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a* means zero or more of a.

In the string 'abbabba' we have two occurrence of abba. (abba)bba and abb(abba). preg_match_all matches only first occurrence.

Am i missing any basic of regex fundamental?

$string = 'abbabba';

preg_match_all("/ab*a/", $string, $matches);

print_r($matches);

Array ( [0] => Array ( [0] => abba ) ) 
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You might just want to look ahead for the a at the end and add it to your matches later. –  hakre Jul 21 '12 at 11:25
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5 Answers

up vote 5 down vote accepted

Searches subject for all matches to the regular expression given in pattern and puts them in matches in the order specified by flags.

After the first match is found, the subsequent searches are continued on from end of the last match.

Source

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thanks RiaD, got it. –  P K Jul 21 '12 at 11:22
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Solution: Use a lookahead assertion together with a capturing group:

preg_match_all('/(?=(ab*a))/', $subject, $result, PREG_PATTERN_ORDER);
$result = $result[1];
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Cool. At first glance I would have guessed it impossible. Learn something new every day. Thanks! +1 –  ridgerunner Jul 21 '12 at 15:58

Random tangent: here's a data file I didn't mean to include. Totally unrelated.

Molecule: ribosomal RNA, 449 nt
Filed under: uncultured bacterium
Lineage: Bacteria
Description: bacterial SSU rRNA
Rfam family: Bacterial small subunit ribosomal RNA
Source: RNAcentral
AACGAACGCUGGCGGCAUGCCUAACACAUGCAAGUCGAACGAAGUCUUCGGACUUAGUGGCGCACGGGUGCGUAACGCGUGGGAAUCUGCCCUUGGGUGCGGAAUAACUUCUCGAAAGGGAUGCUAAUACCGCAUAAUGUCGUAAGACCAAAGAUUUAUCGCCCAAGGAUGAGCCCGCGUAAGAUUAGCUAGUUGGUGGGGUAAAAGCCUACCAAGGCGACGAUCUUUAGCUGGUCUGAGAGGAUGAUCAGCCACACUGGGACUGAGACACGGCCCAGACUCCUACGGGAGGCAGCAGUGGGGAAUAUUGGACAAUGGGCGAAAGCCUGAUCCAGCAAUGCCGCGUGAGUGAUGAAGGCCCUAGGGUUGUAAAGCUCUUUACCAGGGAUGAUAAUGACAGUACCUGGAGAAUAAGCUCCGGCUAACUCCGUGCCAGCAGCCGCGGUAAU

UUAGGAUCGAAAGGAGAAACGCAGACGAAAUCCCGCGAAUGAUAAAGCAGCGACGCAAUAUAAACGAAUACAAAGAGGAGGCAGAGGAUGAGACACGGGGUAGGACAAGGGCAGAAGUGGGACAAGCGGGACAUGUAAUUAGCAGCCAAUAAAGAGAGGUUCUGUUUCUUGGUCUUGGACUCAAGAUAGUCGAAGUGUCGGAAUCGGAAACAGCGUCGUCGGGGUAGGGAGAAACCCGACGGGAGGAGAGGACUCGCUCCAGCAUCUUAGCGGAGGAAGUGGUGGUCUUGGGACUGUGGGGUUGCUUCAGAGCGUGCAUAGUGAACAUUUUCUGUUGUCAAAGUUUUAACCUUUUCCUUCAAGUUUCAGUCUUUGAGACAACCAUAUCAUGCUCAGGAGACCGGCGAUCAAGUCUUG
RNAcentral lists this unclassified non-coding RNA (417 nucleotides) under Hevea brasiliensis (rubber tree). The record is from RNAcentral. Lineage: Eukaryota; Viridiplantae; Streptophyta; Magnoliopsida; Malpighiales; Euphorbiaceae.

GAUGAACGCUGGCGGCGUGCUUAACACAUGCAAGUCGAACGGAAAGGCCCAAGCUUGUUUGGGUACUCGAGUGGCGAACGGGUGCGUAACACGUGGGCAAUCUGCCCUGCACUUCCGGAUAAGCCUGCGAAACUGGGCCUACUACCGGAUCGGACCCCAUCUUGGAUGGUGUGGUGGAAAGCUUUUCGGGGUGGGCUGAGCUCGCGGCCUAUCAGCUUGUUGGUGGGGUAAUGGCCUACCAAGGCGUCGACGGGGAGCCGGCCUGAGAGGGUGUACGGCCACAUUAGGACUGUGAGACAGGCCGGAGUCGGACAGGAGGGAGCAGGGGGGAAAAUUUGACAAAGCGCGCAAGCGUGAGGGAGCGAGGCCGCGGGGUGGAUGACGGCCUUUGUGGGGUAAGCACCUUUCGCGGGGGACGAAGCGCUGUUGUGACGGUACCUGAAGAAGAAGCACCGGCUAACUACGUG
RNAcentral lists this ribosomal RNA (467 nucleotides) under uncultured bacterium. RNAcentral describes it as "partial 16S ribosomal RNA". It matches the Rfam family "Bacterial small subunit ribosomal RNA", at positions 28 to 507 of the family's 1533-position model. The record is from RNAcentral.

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Because ab*a consumes text. It means the parser matches the first occurrence abba and starts again from bba, not matching with your pattern.

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To find number of occurrences go with:

preg_match_all('/(?=ab*a)/', $input, $result); 
print(count($result[0]));

To find matches, use:

preg_match_all('/(?=(ab*a))/', $input, $result); 
print_r($result[1]);
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+1, Nice one. I have so much to learn about regex :) –  Lester Peabody Jul 21 '12 at 11:53
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The * indicates a greedy search. When the engine sees b* it will match all the way to the end of the string and move backwards until it gets to a b, then it will check if the matched string to that point matches your pattern.

First it looks to match the a, which it does right off the bat. Then it sees b* so it matches the string all the way up until the last occurrence of b in the string after the first a (because the * indicates the b should match 'greedily'), essentially matching abb at this point. It then sees it needs to match another a to make a successful match, so it grabs the next character, which is an a, and then it's done, leaving bba remaining, which won't match your pattern. Hope this helps.

If you do what Omega said you will achieve epic victory.

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3  
No, b* can only match b, so it will stop matching as soon as it runs out of bs--in this case, at the next a. What you say would be true if the OP had used .* instead of b*. but backtracking is not an issue in this case. –  Alan Moore Jul 21 '12 at 11:53
    
Yuuuuup. I have much to learn... sigh –  Lester Peabody Jul 21 '12 at 12:00
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